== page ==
EDF2013: Selected Talk John Sheridan: Good Law from Open Data

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Selected Talk by John Sheridan, The National Archives UK, at the European Data Forum 2013, 10 April 2013 in Dublin, Ireland: Good Law from Open Data

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  • Names are important, they provide the framework or the architecture around which
  • EDF2013: Selected Talk John Sheridan: Good Law from Open Data

    1. 1. John Sheridan10 April 2013Good Law from Open Data
    2. 2. Themes• Legislation as data• Open data as an operating model for government data• Using Linked Data to solve complex problems2
    3. 3. 1. LEGISLATION AS DATA3
    4. 4. 4The web has changed who is accessing legislation andwhy, just as much as it has changed access to healthcareinformation
    5. 5. Legislation as data• Three considerations for legislation as datao Typographic layouto Versioning / changes over timeo Semantics5
    6. 6. Foundations - naming things• If you visit legislation.gov.uk you will see we have takengreat care with naming things6Returns an html document for United Kingdom Public General Act(ukpga), 2005, Chapter 14, Section 1Returns an html document with a list from all legislation types where thetitle contains “wildlife”
    7. 7. Some of the names are quitesophisticated…• UK Public General Act (ukpga)• 1981• Chapter 69• Section 5• As it extends to England• As it stood on 30th January 2001• Displayed as an HTML document with the timeline on• Although URIs are opaque having this type of designchanges how people use the service7
    8. 8. European Legislation Identifier8
    9. 9. Data• All the information on legislation.gov.uk is available as opendata under the terms of the Open Government Licence• To access the data, visit any page and add:o /data.xmlo /data.rdfo /data.xht• For listso /data.feed9
    10. 10. The trouble with legislation10
    11. 11. Amending legislation11Section 12 (4) amends the Charities Act 1993,inserting some words into this Act.
    12. 12. Bringing into force the Act12But what about Section 12???Sections 15 to 20 come into forceimmediately when the Act is passed
    13. 13. So, “A” changes “B” when “C” says so13So the timing for the rest of the Act coming into forceis left open for the Secretary of State to decide…
    14. 14. Section 12 (4) came into force 1/1/201114Coming into force on 1st January 2011Section 12 (4)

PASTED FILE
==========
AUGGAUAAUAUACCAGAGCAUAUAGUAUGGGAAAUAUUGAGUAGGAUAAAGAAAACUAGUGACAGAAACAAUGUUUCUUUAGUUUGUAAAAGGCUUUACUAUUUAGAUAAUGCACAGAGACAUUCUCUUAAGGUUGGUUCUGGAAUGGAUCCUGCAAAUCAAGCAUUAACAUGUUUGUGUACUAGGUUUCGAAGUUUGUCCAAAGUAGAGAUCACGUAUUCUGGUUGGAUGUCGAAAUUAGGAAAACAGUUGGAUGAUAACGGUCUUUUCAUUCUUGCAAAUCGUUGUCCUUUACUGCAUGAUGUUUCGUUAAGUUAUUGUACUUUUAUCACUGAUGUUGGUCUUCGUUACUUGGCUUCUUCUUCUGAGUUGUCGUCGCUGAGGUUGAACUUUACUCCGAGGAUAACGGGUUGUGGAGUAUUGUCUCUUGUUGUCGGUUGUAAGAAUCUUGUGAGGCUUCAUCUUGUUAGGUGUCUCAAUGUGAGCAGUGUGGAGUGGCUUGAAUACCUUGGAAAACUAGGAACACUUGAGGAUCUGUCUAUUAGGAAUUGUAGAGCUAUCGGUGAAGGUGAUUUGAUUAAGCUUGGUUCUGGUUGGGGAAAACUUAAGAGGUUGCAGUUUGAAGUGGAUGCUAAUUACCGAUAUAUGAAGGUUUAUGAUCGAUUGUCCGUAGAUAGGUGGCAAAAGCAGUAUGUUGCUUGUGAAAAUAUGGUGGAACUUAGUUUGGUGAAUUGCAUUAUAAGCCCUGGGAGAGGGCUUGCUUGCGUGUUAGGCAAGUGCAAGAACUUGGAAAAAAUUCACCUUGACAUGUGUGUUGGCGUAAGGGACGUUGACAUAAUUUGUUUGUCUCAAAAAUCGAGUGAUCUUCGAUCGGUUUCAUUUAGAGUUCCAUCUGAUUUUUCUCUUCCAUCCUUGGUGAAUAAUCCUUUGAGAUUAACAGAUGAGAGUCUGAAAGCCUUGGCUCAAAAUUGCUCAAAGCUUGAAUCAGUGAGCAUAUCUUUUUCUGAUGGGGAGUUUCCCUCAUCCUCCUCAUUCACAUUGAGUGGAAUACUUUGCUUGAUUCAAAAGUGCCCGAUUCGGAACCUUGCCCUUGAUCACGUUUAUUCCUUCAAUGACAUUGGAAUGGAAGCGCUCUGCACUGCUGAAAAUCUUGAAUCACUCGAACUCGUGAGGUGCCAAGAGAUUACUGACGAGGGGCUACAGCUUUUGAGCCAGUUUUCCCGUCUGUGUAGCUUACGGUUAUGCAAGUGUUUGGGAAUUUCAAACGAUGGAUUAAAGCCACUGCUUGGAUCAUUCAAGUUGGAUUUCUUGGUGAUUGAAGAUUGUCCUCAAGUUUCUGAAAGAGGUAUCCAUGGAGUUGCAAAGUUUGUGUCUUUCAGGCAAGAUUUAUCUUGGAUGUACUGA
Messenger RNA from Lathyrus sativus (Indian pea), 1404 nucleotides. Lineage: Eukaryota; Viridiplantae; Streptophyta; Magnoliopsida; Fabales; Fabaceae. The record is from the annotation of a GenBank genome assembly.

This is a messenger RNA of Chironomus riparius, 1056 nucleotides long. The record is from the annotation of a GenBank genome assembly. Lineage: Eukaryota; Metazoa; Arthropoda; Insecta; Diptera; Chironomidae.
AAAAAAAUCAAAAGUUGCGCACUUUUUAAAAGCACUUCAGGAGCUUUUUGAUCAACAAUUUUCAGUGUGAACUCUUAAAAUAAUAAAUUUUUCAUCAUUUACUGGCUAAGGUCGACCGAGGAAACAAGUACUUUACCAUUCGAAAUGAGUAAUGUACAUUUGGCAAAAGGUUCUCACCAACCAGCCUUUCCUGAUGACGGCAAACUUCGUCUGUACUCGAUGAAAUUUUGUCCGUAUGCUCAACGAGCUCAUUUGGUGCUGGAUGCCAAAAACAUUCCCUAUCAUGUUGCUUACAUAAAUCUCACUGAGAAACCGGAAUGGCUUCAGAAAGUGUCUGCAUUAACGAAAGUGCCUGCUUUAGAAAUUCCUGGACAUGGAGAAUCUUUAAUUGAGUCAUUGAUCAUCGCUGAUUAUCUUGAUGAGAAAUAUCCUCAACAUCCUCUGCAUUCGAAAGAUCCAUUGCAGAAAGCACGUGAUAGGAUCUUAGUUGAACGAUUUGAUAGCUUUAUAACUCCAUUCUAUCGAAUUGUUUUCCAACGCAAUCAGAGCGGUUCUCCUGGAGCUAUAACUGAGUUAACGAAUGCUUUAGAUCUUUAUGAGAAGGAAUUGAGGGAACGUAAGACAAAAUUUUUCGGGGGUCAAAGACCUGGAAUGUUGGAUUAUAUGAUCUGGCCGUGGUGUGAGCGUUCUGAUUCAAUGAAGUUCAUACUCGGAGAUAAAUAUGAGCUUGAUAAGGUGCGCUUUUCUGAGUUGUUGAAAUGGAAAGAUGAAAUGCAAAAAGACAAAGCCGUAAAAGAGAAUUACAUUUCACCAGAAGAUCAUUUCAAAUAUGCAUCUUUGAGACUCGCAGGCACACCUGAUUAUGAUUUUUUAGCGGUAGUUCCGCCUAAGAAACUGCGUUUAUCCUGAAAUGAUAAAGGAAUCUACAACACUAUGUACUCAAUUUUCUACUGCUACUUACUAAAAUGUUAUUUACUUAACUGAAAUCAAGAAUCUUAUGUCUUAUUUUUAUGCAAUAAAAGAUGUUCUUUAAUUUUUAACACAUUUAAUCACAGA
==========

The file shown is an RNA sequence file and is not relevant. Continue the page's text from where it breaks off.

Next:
15. 15. “A” changes “B” when “C” says so15AcademiesAct 2010Section 19 (2)AcademiesAct 2010Section 12 (4)SI 2010/1937Schedule 3Charities Act1993 Schedule2 (ca)Secretary ofStateConfers powerMakesCommencesInserts text into
    16. 16. 16
    17. 17. 2. OPEN DATA AS OPERATINGMODEL17
    18. 18. Why does Open Source Software work?18
    19. 19. “The impossible public good”?• Large and complex systems• Enabled by the internet• Two elements,o a system of sustainable value creationo a system of governanceholds together a community of producers• Distributed property rights, eg the GNU PublicLicence (GPL)19
    20. 20. Can we do the same with data?20
    21. 21. 21PublisherIntermediaryConsumer* Thanks to Jeni Tennison, the creator of the original version of these diagrams
    22. 22. 22PublisherIntermediaryConsumerdata* Thanks to Jeni Tennison, the creator of the original version of these diagrams
    23. 23. 23PublisherIntermediaryConsumerdataservice* Thanks to Jeni Tennison, the creator of the original version of these diagrams
    24. 24. 24PublisherIntermediaryConsumerdataservicepayment* Thanks to Jeni Tennison, the creator of the original version of these diagrams
    25. 25. 25PublisherIntermediaryConsumerdataservicepayment- links- snippets- dumps- searches- updates* Thanks to Jeni Tennison, the creator of the original version of these diagrams
    26. 26. 26PublisherIntermediaryConsumerdataservicepayment- links- snippets- dumps- searches- updates- provision- integration- analysis- visualisation- interpretation* Thanks to Jeni Tennison, the creator of the original version of these diagrams
    27. 27. 27PublisherIntermediaryConsumerdataservicepayment* Thanks to Jeni Tennison, the creator of the original version of these diagrams